A new way to track truck pollution
SunPower, a solar power and energy services provider, is starting to ship solar panels in electric heavy-duty trucks powered by – you guessed it – solar power. The question communities and investors are starting to ask is, why isn’t everyone?
How long can a business go without a plan to end fossil-fueled freight transportation, and what are the health and climate consequences of the status quo?
Although they represent only about 4% of vehicles on the road, diesel trucks are responsible for more than half of smog-forming pollution from the transportation sector and a quarter of climate emissions. This pollution is expected to increase, as the demand for freight transported by trucks is set to increase by around 25% by 2030.
The local impact of this pollution is significant. Recent studies in places like Oakland, California and Houston – two regions with large port operations and associated freight transportation facilities located in or near environmental justice communities – have shown that pollution from diesel trucks is driving an increase. childhood asthma rates and reduced life expectancy in frontline communities.
Until now, there has been no method of attributing air pollution to individual businesses that depend on and pay for trucks to transport their goods. A new peer-reviewed framework calculates the local health impacts of diesel trucks based on a company’s market share and public information about its industry.
This is good news for businesses and investors with climate and sustainability commitments. It will also likely be good news for community groups looking to better understand who makes choices that contribute to pollution in their neighborhoods.
Shine a new light on transport supply chain emissions
Most companies that ship or buy their products on trucks do not own these trucks, but rather rely on shipping services, often run by multiple layers of entrepreneurs, many of whom have only a small number of employees. . As a result, stakeholders and investors in many large consumer-oriented companies have had little ability to understand emissions from truck-dependent operations, let alone trace local health impacts.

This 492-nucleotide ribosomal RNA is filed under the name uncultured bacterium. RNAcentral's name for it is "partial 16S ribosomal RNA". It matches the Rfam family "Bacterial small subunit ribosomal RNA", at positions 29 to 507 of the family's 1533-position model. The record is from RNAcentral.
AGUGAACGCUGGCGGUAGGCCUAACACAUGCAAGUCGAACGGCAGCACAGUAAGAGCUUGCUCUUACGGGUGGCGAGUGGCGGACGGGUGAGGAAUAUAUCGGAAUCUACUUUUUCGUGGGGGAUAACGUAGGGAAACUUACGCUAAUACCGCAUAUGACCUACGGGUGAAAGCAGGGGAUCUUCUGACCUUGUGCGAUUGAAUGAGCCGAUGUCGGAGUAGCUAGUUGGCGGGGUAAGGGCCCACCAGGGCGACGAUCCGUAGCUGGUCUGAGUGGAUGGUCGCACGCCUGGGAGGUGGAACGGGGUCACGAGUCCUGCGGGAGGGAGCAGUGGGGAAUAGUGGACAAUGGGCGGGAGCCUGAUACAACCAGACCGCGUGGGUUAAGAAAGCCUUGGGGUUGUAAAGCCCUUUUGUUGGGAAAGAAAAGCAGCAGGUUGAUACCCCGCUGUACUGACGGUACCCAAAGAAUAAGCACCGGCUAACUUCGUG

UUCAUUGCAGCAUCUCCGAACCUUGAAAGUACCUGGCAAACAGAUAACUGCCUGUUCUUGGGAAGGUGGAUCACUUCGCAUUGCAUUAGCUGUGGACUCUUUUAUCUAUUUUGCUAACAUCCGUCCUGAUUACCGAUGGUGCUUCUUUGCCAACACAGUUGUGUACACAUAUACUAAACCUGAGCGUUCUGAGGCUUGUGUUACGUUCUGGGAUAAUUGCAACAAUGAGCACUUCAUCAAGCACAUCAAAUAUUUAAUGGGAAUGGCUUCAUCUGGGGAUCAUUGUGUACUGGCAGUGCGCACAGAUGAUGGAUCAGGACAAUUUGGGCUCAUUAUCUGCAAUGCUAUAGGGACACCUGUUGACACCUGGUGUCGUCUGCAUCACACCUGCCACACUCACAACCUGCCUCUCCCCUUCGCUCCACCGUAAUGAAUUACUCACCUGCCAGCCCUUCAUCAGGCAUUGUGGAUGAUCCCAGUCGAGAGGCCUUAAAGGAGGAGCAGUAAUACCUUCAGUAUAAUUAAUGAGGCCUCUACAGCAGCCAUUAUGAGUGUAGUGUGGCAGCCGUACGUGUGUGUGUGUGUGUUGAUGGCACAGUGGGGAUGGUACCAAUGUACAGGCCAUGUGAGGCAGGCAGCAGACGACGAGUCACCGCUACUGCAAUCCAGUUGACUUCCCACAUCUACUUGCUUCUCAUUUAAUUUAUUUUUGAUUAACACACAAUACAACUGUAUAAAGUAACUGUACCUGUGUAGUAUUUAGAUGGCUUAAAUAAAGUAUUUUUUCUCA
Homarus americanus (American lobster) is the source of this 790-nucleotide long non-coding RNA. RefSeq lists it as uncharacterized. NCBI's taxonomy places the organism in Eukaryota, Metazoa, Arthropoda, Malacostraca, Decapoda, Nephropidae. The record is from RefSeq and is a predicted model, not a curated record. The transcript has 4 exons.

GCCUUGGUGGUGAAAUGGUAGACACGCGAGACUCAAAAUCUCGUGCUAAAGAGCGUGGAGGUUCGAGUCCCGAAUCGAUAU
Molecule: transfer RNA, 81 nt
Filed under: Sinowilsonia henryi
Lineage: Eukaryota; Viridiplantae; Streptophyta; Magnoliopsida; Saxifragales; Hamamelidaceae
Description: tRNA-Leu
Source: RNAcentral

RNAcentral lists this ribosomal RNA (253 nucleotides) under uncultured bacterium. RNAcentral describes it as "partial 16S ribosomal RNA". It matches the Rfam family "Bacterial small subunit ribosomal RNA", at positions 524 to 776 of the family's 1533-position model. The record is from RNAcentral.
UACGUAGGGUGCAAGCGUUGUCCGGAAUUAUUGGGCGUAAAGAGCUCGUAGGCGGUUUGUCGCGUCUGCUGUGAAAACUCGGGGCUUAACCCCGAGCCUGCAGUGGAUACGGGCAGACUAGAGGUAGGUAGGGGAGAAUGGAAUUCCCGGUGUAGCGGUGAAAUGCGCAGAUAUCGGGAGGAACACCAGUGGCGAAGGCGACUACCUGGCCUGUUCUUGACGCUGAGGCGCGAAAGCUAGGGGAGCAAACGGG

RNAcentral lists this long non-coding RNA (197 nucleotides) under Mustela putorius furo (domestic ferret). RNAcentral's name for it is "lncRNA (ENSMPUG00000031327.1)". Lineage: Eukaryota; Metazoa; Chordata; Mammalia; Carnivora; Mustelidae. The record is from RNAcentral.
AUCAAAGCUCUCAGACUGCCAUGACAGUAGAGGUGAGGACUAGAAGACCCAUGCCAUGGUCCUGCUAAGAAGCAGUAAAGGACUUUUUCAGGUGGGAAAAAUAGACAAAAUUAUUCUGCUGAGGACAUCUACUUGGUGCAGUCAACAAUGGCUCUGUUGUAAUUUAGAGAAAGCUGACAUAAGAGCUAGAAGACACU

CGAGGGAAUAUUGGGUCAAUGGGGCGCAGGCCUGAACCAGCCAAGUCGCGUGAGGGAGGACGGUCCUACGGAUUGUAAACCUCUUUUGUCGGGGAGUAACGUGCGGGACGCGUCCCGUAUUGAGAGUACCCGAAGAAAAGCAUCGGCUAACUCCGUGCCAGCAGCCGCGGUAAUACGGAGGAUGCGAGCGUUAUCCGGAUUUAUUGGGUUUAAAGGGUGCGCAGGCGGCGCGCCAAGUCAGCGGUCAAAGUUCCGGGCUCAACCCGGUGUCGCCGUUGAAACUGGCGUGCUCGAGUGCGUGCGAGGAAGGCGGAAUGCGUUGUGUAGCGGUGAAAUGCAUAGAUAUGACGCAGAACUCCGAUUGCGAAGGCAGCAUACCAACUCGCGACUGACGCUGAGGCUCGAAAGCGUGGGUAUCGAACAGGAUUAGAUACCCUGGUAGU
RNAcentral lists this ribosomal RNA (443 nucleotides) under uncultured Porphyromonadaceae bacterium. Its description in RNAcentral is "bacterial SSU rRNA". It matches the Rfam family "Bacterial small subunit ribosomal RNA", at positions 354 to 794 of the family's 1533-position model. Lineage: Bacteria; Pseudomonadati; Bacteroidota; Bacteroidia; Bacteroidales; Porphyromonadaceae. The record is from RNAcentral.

In a new Environmental Defense Fund article published this month in the journal Sustainability, we demonstrate a new way to quantify truck pollution resulting from corporate operations using public data.
This case study focuses on the retail and wholesale food freight industry in Los Angeles and reveals that the industry’s shipping emissions can both be quantified and linked to key market players in the region. As a result, a critical component of the supply chain emissions of major grocers and food supply companies can be estimated, and the impact of these emissions (in economic terms) can be calculated.
Although they represent only about 4% of vehicles on the road, diesel trucks are responsible for more than half of smog-forming pollution in the transport sector and a quarter of climate emissions.
For the companies assessed in our article, transportation-related greenhouse gas emissions in the Los Angeles area alone exceeded 617,000 metric tonnes of carbon dioxide, the equivalent of pollution from nearly 135,000 cars. This same pollution had a total societal cost of over $ 82 million in a single year.
The new study sheds light on all emissions in the transport supply chain – and shows that similar studies can be carried out in other regions, for other sectors and even at the national level.
What can companies do to better monitor pollution from trucks?
While the pollution load from trucks associated with the movement of goods has long been established, this new study makes it clear to businesses, investors and customers that supply chain transportation emissions can have dramatic global and local impacts. , and that quantification and affiliation to these impacts on individual companies is possible.
How should companies tackle supply chain emissions if they don’t own or operate trucks?
- Companies can and should quantify their own supply chain emissions using the best data they have, such as company-specific proprietary data, and track and report these emissions as part of reporting paradigms. enterprise standard so that investors and other stakeholders can compare and track progress. time.
- Businesses can and should work with their suppliers – as SunPower has done – to ensure that they use zero-emission equipment where possible. New financial and contractual mechanisms allow companies to sponsor zero emission vehicles even when they do not own the trucks.
- Businesses can and should support policies to get more zero-emission vehicles on the road and in their supply chain, including programs such as purchase subsidies, emissions regulations and others. zero emission vehicle support policies.
There is no doubt that the dual crisis of climate and air pollution is changing the business environment in the United States. Not only are companies and emissions-intensive industries coming under increasing scrutiny by state and federal policymakers looking to make a difference, but customers and investors are increasingly asking what their customers are doing. preferred companies to respond to ongoing threats. At the same time, companies are facing wild volatility in their logistics costs and are struggling to find enough drivers, warehouses and distribution spaces to enable them to meet expectations.
These interrelated challenges are actually good news for companies that take climate and health seriously. By recognizing, disclosing and then mitigating transportation pollution, businesses can be better local neighbors and better citizens of the world. Executives will receive a well-deserved appreciation and set an example that moves the industry as a whole.